Genocide in Darfur Presented By RAD:D (Raising Awareness Destination: Darfur)
Our Inspiration: The Power of 100 Letters
Charlotte Hussey, Aislinn Bauer’s mom, took Aislinn and Sarita, the co-founders of RAD:D, to see Hotel Rwanda. The movie opened their eyes to the horrors of genocide. The one thing that upset them most about the Rwandan genocide of 1994 was that the international community did very little to help the people of Rwanda.
After the movie, we read an article in The New York Times called “The Secret Genocide Archive,” by Nicholas Kristof, detailing the situation in Darfur. At the end of the article, he quoted former senator Paul Simon, who said, “If every member of the House and Senate had received 100 letters from people back home saying we had to do something about Rwanda, when the crisis was first developing, then I think the response would be different.” After reading this, we thought that if that could have worked during the Rwanda genocide then it could work for the genocide in Darfur. That is when we decided to would start a letter writing campaign to help end the genocide in Darfur.
Where is Darfur? Darfur is located in the western region of Sudan Sudan is the largest country in Africa. The Darfur region alone is about the size of Texas.
What is Genocide?
Genocide is the systematic and planned killing of an entire national, racial, political, or ethnic group.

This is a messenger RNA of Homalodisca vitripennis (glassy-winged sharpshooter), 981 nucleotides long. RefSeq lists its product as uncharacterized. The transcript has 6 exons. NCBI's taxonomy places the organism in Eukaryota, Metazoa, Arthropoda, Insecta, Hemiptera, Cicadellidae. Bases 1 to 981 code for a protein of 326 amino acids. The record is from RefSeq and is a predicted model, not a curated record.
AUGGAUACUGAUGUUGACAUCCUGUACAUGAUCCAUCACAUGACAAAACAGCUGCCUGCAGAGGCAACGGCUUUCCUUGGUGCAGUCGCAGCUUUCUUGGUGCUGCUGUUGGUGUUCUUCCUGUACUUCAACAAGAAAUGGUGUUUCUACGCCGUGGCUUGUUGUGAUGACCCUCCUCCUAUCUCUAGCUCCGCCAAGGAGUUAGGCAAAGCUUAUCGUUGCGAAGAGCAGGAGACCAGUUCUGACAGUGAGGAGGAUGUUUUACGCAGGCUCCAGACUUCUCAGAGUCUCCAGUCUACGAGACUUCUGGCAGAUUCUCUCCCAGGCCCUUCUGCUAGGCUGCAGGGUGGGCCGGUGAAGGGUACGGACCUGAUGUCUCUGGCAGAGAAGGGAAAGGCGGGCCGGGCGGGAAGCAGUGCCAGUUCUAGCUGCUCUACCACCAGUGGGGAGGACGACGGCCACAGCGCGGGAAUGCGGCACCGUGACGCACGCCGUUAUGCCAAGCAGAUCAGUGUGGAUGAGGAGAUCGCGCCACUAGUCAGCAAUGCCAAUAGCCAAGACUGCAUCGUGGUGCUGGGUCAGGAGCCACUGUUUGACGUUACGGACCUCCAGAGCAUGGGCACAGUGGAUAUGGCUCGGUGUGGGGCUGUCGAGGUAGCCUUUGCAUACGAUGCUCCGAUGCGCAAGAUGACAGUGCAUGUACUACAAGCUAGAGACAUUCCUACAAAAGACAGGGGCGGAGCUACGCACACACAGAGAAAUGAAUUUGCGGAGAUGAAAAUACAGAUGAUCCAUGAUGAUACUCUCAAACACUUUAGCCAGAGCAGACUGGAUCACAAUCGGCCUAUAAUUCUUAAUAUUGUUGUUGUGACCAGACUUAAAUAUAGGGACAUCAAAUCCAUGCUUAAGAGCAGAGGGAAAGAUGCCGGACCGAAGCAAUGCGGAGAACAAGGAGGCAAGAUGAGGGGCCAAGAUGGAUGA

On September 9, 2004 Secretary of State Colin Powell said: “Genocide has been committed in Darfur and that the Government of Sudan and the Janjaweed bear responsibility -- and that genocide may still be occurring.”
June 24 th , 2004, for the first time in its history, the Committee on Conscience of the United States Holocaust Memorial Museum declared a “genocide emergency” in the Sudan.
What is Genocide, cont.
On July 22, 2004 the U.S. Congress passed resolutions declaring Genocide in Darfur, Sudan.
On January 25, 2005, the United Nations Commission of Inquiry declared “government forces and militias conducted indiscriminate attacks, including killing of civilians, torture, enforced disappearances, destruction of villages, rape and other forms of sexual violence, pillaging and forced displacement, throughout Darfur. These acts were conducted on a widespread and systematic basis ... The vast majority of the victims of all of these violations have been from the Fur, Zaghawa, Massalit, Jebel, Aranga and other ‘Black African' tribes.”
Who are the “Janjaweed”?
The Arab Janjaweed are the militiamen who are responsible for the mass killings.
Janjaweed is Arabic for “Devil on a horse”
The Government of Sudan is undeniably linked to the Janjaweed.
The Janjaweed systematically gang rape women and girls, castrate, brand and beat men and boys, and torture all.
It’s Definitely Genocide
About 480,000 innocent civilians have been brutally murdered
More than 203,000 people have been forced from their homes and have fled to refugee camps in neighboring Chad.
The janjaweed have destroyed an estimated 8,000 villages, that’s 80 to 90% of the Darfurian villages.
Over 1.5 million people have been internally displaced.
More than 10,000 people die each month.
As many as 1 million civilians could die in Darfur from lack of food and from disease within coming months
DarfurGenocide.org Co-Director Ricken Patel says that the Sudanese government is also guilty of “genocide by starvation.”
The majority of the victims are from the Fur, Zaghawa, Massalit, Jebel, Aranga and other African tribes.
The Janjaweed raid villages, burn the homes, destroy the crops and food storage, and poison the wells with dead bodies. Survivors from the attacks are unable to return home because their villages are uninhabitable.
“ They’re trying to kill all of the children in order to wipe out the next generation.”